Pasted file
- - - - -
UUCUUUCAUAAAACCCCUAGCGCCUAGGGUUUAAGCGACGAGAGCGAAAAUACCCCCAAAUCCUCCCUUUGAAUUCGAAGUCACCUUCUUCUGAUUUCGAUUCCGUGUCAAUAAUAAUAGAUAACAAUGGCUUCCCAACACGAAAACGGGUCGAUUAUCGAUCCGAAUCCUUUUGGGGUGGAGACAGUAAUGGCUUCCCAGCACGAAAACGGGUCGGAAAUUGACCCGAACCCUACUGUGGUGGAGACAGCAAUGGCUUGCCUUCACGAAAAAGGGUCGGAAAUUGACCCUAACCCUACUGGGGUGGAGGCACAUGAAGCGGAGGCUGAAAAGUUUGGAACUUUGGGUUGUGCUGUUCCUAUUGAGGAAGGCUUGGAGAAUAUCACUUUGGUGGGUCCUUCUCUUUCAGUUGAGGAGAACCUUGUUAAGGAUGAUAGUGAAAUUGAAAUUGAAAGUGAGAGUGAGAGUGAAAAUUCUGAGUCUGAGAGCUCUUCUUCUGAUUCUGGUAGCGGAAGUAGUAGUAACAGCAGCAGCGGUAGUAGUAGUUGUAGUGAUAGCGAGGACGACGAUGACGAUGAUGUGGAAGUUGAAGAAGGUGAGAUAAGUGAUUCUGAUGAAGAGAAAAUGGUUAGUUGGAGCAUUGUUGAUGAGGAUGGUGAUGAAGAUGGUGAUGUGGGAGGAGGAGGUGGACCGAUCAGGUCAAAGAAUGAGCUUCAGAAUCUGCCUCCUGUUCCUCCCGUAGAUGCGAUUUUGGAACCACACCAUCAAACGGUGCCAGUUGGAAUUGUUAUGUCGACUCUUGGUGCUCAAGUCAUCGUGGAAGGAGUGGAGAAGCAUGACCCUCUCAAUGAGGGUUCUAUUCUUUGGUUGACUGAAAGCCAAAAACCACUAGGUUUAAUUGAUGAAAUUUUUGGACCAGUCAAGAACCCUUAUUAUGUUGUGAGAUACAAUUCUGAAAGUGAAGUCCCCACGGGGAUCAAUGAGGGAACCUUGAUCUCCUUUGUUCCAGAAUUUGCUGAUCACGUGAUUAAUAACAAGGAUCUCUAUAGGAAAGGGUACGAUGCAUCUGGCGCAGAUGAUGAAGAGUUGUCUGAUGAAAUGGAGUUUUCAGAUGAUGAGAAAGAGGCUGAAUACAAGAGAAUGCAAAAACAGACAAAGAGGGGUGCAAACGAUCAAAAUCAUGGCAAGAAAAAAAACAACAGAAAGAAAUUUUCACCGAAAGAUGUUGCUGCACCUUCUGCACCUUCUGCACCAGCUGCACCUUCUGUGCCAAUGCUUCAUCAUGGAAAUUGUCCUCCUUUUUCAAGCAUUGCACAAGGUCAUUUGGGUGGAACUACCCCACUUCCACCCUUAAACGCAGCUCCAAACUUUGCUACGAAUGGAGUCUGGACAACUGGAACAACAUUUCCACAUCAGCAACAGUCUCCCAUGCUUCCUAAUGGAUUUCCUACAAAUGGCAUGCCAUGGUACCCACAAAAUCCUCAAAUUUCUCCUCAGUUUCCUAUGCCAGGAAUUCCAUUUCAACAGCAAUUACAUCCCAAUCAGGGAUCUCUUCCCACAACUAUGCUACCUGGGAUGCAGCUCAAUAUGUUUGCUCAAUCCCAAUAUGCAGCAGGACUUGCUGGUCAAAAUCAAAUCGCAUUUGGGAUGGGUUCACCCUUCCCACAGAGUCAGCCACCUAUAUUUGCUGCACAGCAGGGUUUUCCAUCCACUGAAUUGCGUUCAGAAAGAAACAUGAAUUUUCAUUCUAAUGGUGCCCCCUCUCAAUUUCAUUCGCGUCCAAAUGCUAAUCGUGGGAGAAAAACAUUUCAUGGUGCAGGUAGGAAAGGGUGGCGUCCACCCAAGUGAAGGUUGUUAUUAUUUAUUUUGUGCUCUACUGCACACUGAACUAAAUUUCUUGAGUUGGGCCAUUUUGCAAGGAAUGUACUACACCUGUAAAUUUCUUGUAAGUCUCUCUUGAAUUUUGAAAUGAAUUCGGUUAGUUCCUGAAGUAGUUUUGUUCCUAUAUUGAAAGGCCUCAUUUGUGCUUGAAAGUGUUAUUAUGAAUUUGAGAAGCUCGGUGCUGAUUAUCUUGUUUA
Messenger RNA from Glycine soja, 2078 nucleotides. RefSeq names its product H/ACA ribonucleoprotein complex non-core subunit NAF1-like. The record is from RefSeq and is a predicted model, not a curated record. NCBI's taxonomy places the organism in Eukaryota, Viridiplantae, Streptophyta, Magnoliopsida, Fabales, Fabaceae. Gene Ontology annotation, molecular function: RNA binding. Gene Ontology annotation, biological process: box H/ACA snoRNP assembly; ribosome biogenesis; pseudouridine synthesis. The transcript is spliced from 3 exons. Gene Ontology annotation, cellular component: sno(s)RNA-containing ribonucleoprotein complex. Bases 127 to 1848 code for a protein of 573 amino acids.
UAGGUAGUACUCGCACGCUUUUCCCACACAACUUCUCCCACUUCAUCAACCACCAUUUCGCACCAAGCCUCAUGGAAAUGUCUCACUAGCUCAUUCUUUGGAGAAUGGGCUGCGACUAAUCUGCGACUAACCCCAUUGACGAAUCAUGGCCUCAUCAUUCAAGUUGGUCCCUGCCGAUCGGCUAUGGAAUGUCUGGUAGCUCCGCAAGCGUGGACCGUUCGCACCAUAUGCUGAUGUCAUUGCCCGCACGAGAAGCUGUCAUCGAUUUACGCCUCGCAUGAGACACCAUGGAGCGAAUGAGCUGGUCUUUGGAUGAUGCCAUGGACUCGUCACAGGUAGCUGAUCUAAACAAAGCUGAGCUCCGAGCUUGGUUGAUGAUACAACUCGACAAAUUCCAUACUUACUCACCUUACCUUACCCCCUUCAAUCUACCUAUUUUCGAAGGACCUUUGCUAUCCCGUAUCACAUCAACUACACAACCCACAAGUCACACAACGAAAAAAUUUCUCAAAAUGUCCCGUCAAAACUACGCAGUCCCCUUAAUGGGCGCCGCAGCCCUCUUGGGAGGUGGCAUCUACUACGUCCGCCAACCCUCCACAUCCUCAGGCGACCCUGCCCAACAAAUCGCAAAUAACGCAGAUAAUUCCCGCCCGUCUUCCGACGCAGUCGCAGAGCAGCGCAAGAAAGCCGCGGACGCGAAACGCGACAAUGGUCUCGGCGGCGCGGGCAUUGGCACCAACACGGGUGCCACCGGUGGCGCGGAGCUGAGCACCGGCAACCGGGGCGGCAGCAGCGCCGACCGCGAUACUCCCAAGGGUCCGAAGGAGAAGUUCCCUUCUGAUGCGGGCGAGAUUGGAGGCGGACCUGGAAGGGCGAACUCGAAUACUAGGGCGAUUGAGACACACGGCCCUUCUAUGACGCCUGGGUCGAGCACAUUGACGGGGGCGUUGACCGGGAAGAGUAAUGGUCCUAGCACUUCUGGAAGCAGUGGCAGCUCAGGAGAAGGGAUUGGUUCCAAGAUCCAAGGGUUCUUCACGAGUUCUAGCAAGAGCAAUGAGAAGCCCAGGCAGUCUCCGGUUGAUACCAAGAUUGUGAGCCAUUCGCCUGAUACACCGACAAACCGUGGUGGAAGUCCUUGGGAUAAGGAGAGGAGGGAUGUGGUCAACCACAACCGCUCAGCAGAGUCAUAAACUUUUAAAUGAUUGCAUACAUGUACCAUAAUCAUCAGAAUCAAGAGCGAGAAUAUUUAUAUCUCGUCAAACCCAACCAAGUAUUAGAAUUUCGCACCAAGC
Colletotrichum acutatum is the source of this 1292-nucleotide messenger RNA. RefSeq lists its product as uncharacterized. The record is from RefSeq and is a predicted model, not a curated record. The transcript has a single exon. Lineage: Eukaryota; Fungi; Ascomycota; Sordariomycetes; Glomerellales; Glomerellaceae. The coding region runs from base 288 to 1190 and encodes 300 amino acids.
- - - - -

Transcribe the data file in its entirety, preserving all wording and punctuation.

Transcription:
UUCUUUCAUAAAACCCCUAGCGCCUAGGGUUUAAGCGACGAGAGCGAAAAUACCCCCAAAUCCUCCCUUUGAAUUCGAAGUCACCUUCUUCUGAUUUCGAUUCCGUGUCAAUAAUAAUAGAUAACAAUGGCUUCCCAACACGAAAACGGGUCGAUUAUCGAUCCGAAUCCUUUUGGGGUGGAGACAGUAAUGGCUUCCCAGCACGAAAACGGGUCGGAAAUUGACCCGAACCCUACUGUGGUGGAGACAGCAAUGGCUUGCCUUCACGAAAAAGGGUCGGAAAUUGACCCUAACCCUACUGGGGUGGAGGCACAUGAAGCGGAGGCUGAAAAGUUUGGAACUUUGGGUUGUGCUGUUCCUAUUGAGGAAGGCUUGGAGAAUAUCACUUUGGUGGGUCCUUCUCUUUCAGUUGAGGAGAACCUUGUUAAGGAUGAUAGUGAAAUUGAAAUUGAAAGUGAGAGUGAGAGUGAAAAUUCUGAGUCUGAGAGCUCUUCUUCUGAUUCUGGUAGCGGAAGUAGUAGUAACAGCAGCAGCGGUAGUAGUAGUUGUAGUGAUAGCGAGGACGACGAUGACGAUGAUGUGGAAGUUGAAGAAGGUGAGAUAAGUGAUUCUGAUGAAGAGAAAAUGGUUAGUUGGAGCAUUGUUGAUGAGGAUGGUGAUGAAGAUGGUGAUGUGGGAGGAGGAGGUGGACCGAUCAGGUCAAAGAAUGAGCUUCAGAAUCUGCCUCCUGUUCCUCCCGUAGAUGCGAUUUUGGAACCACACCAUCAAACGGUGCCAGUUGGAAUUGUUAUGUCGACUCUUGGUGCUCAAGUCAUCGUGGAAGGAGUGGAGAAGCAUGACCCUCUCAAUGAGGGUUCUAUUCUUUGGUUGACUGAAAGCCAAAAACCACUAGGUUUAAUUGAUGAAAUUUUUGGACCAGUCAAGAACCCUUAUUAUGUUGUGAGAUACAAUUCUGAAAGUGAAGUCCCCACGGGGAUCAAUGAGGGAACCUUGAUCUCCUUUGUUCCAGAAUUUGCUGAUCACGUGAUUAAUAACAAGGAUCUCUAUAGGAAAGGGUACGAUGCAUCUGGCGCAGAUGAUGAAGAGUUGUCUGAUGAAAUGGAGUUUUCAGAUGAUGAGAAAGAGGCUGAAUACAAGAGAAUGCAAAAACAGACAAAGAGGGGUGCAAACGAUCAAAAUCAUGGCAAGAAAAAAAACAACAGAAAGAAAUUUUCACCGAAAGAUGUUGCUGCACCUUCUGCACCUUCUGCACCAGCUGCACCUUCUGUGCCAAUGCUUCAUCAUGGAAAUUGUCCUCCUUUUUCAAGCAUUGCACAAGGUCAUUUGGGUGGAACUACCCCACUUCCACCCUUAAACGCAGCUCCAAACUUUGCUACGAAUGGAGUCUGGACAACUGGAACAACAUUUCCACAUCAGCAACAGUCUCCCAUGCUUCCUAAUGGAUUUCCUACAAAUGGCAUGCCAUGGUACCCACAAAAUCCUCAAAUUUCUCCUCAGUUUCCUAUGCCAGGAAUUCCAUUUCAACAGCAAUUACAUCCCAAUCAGGGAUCUCUUCCCACAACUAUGCUACCUGGGAUGCAGCUCAAUAUGUUUGCUCAAUCCCAAUAUGCAGCAGGACUUGCUGGUCAAAAUCAAAUCGCAUUUGGGAUGGGUUCACCCUUCCCACAGAGUCAGCCACCUAUAUUUGCUGCACAGCAGGGUUUUCCAUCCACUGAAUUGCGUUCAGAAAGAAACAUGAAUUUUCAUUCUAAUGGUGCCCCCUCUCAAUUUCAUUCGCGUCCAAAUGCUAAUCGUGGGAGAAAAACAUUUCAUGGUGCAGGUAGGAAAGGGUGGCGUCCACCCAAGUGAAGGUUGUUAUUAUUUAUUUUGUGCUCUACUGCACACUGAACUAAAUUUCUUGAGUUGGGCCAUUUUGCAAGGAAUGUACUACACCUGUAAAUUUCUUGUAAGUCUCUCUUGAAUUUUGAAAUGAAUUCGGUUAGUUCCUGAAGUAGUUUUGUUCCUAUAUUGAAAGGCCUCAUUUGUGCUUGAAAGUGUUAUUAUGAAUUUGAGAAGCUCGGUGCUGAUUAUCUUGUUUA
Messenger RNA from Glycine soja, 2078 nucleotides. RefSeq names its product H/ACA ribonucleoprotein complex non-core subunit NAF1-like. The record is from RefSeq and is a predicted model, not a curated record. NCBI's taxonomy places the organism in Eukaryota, Viridiplantae, Streptophyta, Magnoliopsida, Fabales, Fabaceae. Gene Ontology annotation, molecular function: RNA binding. Gene Ontology annotation, biological process: box H/ACA snoRNP assembly; ribosome biogenesis; pseudouridine synthesis. The transcript is spliced from 3 exons. Gene Ontology annotation, cellular component: sno(s)RNA-containing ribonucleoprotein complex. Bases 127 to 1848 code for a protein of 573 amino acids.
UAGGUAGUACUCGCACGCUUUUCCCACACAACUUCUCCCACUUCAUCAACCACCAUUUCGCACCAAGCCUCAUGGAAAUGUCUCACUAGCUCAUUCUUUGGAGAAUGGGCUGCGACUAAUCUGCGACUAACCCCAUUGACGAAUCAUGGCCUCAUCAUUCAAGUUGGUCCCUGCCGAUCGGCUAUGGAAUGUCUGGUAGCUCCGCAAGCGUGGACCGUUCGCACCAUAUGCUGAUGUCAUUGCCCGCACGAGAAGCUGUCAUCGAUUUACGCCUCGCAUGAGACACCAUGGAGCGAAUGAGCUGGUCUUUGGAUGAUGCCAUGGACUCGUCACAGGUAGCUGAUCUAAACAAAGCUGAGCUCCGAGCUUGGUUGAUGAUACAACUCGACAAAUUCCAUACUUACUCACCUUACCUUACCCCCUUCAAUCUACCUAUUUUCGAAGGACCUUUGCUAUCCCGUAUCACAUCAACUACACAACCCACAAGUCACACAACGAAAAAAUUUCUCAAAAUGUCCCGUCAAAACUACGCAGUCCCCUUAAUGGGCGCCGCAGCCCUCUUGGGAGGUGGCAUCUACUACGUCCGCCAACCCUCCACAUCCUCAGGCGACCCUGCCCAACAAAUCGCAAAUAACGCAGAUAAUUCCCGCCCGUCUUCCGACGCAGUCGCAGAGCAGCGCAAGAAAGCCGCGGACGCGAAACGCGACAAUGGUCUCGGCGGCGCGGGCAUUGGCACCAACACGGGUGCCACCGGUGGCGCGGAGCUGAGCACCGGCAACCGGGGCGGCAGCAGCGCCGACCGCGAUACUCCCAAGGGUCCGAAGGAGAAGUUCCCUUCUGAUGCGGGCGAGAUUGGAGGCGGACCUGGAAGGGCGAACUCGAAUACUAGGGCGAUUGAGACACACGGCCCUUCUAUGACGCCUGGGUCGAGCACAUUGACGGGGGCGUUGACCGGGAAGAGUAAUGGUCCUAGCACUUCUGGAAGCAGUGGCAGCUCAGGAGAAGGGAUUGGUUCCAAGAUCCAAGGGUUCUUCACGAGUUCUAGCAAGAGCAAUGAGAAGCCCAGGCAGUCUCCGGUUGAUACCAAGAUUGUGAGCCAUUCGCCUGAUACACCGACAAACCGUGGUGGAAGUCCUUGGGAUAAGGAGAGGAGGGAUGUGGUCAACCACAACCGCUCAGCAGAGUCAUAAACUUUUAAAUGAUUGCAUACAUGUACCAUAAUCAUCAGAAUCAAGAGCGAGAAUAUUUAUAUCUCGUCAAACCCAACCAAGUAUUAGAAUUUCGCACCAAGC
Colletotrichum acutatum is the source of this 1292-nucleotide messenger RNA. RefSeq lists its product as uncharacterized. The record is from RefSeq and is a predicted model, not a curated record. The transcript has a single exon. Lineage: Eukaryota; Fungi; Ascomycota; Sordariomycetes; Glomerellales; Glomerellaceae. The coding region runs from base 288 to 1190 and encodes 300 amino acids.